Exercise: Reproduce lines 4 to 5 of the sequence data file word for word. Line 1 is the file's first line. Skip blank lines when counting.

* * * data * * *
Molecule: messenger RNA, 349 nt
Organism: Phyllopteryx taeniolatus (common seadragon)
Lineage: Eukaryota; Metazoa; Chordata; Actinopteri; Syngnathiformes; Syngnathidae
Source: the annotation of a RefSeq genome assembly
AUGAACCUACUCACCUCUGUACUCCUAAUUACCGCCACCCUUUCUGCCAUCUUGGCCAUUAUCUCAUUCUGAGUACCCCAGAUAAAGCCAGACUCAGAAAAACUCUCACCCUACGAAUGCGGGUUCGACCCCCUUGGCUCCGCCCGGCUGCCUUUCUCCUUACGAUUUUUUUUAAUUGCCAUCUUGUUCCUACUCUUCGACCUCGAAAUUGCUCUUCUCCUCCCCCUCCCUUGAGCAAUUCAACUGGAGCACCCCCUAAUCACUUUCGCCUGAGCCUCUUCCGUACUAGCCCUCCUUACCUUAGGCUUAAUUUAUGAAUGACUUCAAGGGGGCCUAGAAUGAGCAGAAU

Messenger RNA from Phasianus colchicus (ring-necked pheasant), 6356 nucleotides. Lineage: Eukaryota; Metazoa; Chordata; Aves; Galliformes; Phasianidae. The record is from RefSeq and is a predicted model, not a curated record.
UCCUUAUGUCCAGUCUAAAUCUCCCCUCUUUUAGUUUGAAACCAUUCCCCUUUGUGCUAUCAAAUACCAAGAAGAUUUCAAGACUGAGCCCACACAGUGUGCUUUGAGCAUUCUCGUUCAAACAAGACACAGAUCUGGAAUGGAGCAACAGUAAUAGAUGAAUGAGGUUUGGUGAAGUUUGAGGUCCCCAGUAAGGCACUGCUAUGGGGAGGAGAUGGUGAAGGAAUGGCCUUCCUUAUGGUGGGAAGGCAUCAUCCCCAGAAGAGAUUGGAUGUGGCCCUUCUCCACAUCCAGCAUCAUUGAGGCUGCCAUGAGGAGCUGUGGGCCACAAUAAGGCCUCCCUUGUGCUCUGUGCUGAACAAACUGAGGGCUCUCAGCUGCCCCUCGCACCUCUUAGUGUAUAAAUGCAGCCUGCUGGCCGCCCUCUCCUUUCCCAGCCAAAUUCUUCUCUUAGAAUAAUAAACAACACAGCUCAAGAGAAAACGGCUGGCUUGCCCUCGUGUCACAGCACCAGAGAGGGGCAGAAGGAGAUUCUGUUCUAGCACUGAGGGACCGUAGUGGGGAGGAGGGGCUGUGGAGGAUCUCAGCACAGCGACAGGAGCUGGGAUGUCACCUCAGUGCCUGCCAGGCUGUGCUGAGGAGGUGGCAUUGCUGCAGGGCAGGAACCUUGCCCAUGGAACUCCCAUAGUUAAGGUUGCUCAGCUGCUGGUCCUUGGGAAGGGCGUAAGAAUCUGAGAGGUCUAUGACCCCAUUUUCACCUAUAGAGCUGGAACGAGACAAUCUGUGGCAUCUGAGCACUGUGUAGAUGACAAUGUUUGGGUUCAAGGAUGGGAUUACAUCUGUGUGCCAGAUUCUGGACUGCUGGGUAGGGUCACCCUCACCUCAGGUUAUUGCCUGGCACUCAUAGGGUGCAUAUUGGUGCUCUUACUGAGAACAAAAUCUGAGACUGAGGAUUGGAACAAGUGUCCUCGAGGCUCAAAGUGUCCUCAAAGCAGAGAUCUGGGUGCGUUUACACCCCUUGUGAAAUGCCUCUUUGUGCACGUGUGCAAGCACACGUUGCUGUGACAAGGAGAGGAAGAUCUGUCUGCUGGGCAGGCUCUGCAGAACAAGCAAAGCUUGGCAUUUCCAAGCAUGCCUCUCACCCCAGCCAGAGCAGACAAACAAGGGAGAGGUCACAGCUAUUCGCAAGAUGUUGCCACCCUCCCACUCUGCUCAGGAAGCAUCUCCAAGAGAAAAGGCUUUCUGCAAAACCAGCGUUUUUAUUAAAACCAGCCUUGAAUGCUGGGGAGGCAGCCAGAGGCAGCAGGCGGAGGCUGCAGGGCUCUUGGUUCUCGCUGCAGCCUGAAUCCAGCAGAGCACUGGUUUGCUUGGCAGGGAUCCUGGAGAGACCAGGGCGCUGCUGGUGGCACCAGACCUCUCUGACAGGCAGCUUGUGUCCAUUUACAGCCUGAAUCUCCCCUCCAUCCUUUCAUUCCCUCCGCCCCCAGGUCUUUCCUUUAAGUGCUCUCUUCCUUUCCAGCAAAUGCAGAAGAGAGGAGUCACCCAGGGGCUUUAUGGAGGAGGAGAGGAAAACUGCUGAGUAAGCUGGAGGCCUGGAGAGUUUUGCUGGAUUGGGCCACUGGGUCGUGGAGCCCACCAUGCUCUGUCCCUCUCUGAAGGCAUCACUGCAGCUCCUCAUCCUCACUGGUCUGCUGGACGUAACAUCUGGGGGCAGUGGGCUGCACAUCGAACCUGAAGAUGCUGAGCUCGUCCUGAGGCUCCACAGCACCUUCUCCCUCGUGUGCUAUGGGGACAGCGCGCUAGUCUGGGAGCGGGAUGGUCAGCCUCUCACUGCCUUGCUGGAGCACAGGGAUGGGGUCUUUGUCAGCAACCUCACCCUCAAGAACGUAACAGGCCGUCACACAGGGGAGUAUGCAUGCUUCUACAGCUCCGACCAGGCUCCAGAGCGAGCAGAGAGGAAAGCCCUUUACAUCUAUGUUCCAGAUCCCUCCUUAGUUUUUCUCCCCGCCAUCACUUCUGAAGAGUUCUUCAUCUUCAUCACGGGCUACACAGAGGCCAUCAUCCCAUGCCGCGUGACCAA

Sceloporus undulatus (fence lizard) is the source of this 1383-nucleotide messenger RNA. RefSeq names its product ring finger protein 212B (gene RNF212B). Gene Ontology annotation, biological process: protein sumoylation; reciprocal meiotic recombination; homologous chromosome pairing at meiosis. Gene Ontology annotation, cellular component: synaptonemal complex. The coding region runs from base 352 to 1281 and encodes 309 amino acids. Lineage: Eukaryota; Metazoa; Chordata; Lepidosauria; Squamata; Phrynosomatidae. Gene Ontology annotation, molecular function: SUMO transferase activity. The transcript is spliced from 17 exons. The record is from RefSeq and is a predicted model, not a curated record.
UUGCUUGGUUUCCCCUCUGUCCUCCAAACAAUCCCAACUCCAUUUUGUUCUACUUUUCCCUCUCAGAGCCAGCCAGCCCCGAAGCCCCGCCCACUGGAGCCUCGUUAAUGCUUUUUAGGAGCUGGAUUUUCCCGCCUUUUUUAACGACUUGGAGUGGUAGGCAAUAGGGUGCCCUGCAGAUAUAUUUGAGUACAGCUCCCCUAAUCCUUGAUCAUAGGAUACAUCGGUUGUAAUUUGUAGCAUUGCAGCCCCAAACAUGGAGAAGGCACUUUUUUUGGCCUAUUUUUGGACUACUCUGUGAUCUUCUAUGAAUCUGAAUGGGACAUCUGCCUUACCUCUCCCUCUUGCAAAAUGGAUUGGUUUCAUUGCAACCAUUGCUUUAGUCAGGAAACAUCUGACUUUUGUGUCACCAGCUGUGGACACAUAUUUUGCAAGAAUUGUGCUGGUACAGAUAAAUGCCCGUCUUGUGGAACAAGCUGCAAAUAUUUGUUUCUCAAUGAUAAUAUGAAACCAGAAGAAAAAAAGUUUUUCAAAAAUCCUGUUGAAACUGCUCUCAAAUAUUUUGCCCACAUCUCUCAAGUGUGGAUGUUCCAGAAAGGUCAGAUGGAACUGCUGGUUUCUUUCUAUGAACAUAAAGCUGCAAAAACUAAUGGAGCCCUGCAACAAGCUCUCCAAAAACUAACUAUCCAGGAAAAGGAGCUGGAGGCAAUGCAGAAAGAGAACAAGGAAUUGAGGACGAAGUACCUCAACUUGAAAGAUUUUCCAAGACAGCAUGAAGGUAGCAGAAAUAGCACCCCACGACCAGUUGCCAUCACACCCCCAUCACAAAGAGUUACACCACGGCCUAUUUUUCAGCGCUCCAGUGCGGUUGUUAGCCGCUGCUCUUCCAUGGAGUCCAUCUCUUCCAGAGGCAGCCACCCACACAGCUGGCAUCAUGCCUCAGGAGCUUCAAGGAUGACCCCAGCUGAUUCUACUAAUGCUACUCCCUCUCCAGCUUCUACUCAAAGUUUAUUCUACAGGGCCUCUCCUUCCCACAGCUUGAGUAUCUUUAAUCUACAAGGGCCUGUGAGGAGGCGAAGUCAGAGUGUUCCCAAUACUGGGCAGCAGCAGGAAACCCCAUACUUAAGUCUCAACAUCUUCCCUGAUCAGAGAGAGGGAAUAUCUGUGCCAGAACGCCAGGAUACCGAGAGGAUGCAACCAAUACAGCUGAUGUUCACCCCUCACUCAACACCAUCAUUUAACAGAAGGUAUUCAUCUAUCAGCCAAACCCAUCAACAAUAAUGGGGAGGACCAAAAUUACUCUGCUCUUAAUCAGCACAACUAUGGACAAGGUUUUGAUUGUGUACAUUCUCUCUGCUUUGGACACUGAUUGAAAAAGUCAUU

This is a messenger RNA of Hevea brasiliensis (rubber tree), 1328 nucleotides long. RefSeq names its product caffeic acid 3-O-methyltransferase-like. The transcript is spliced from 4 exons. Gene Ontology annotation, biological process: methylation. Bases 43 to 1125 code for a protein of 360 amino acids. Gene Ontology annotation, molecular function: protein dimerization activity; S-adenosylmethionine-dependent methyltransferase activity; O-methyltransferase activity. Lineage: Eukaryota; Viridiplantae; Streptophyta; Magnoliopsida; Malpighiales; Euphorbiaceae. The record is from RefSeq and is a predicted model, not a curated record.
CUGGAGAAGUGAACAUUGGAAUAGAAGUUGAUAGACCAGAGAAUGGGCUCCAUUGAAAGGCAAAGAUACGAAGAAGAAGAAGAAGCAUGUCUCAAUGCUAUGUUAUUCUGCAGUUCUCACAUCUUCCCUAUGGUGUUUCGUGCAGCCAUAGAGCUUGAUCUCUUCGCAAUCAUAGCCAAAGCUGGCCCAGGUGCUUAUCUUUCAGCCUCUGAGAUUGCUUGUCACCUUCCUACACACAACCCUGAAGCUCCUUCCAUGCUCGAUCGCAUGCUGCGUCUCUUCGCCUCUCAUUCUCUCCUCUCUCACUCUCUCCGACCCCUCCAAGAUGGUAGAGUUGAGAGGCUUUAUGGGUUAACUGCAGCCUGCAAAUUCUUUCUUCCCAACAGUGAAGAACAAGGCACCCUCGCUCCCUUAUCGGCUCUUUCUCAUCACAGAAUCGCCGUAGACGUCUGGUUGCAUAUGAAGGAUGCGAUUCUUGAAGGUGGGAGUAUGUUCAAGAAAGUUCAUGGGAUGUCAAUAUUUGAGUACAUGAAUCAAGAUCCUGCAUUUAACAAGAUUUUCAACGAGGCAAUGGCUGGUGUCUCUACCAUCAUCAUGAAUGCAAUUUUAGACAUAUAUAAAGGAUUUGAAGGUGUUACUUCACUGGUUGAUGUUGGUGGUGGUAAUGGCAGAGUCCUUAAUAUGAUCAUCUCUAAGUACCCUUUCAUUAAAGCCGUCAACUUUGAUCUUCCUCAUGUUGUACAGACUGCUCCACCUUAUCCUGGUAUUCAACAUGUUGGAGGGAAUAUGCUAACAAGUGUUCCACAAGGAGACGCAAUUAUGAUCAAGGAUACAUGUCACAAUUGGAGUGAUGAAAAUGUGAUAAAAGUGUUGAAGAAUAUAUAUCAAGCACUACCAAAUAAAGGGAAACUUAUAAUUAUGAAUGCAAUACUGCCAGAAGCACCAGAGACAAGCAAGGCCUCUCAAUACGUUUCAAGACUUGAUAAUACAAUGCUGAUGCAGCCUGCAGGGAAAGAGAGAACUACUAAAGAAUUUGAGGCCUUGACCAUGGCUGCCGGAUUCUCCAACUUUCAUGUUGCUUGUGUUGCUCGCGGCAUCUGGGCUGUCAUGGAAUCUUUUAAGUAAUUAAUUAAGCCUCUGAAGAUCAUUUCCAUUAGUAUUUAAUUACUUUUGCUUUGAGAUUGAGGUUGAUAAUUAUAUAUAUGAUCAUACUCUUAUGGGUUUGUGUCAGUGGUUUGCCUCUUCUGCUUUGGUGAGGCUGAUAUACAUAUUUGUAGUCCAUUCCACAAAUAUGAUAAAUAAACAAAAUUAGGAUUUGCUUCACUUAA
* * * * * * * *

Source: the annotation of a RefSeq genome assembly
AUGAACCUACUCACCUCUGUACUCCUAAUUACCGCCACCCUUUCUGCCAUCUUGGCCAUUAUCUCAUUCUGAGUACCCCAGAUAAAGCCAGACUCAGAAAAACUCUCACCCUACGAAUGCGGGUUCGACCCCCUUGGCUCCGCCCGGCUGCCUUUCUCCUUACGAUUUUUUUUAAUUGCCAUCUUGUUCCUACUCUUCGACCUCGAAAUUGCUCUUCUCCUCCCCCUCCCUUGAGCAAUUCAACUGGAGCACCCCCUAAUCACUUUCGCCUGAGCCUCUUCCGUACUAGCCCUCCUUACCUUAGGCUUAAUUUAUGAAUGACUUCAAGGGGGCCUAGAAUGAGCAGAAU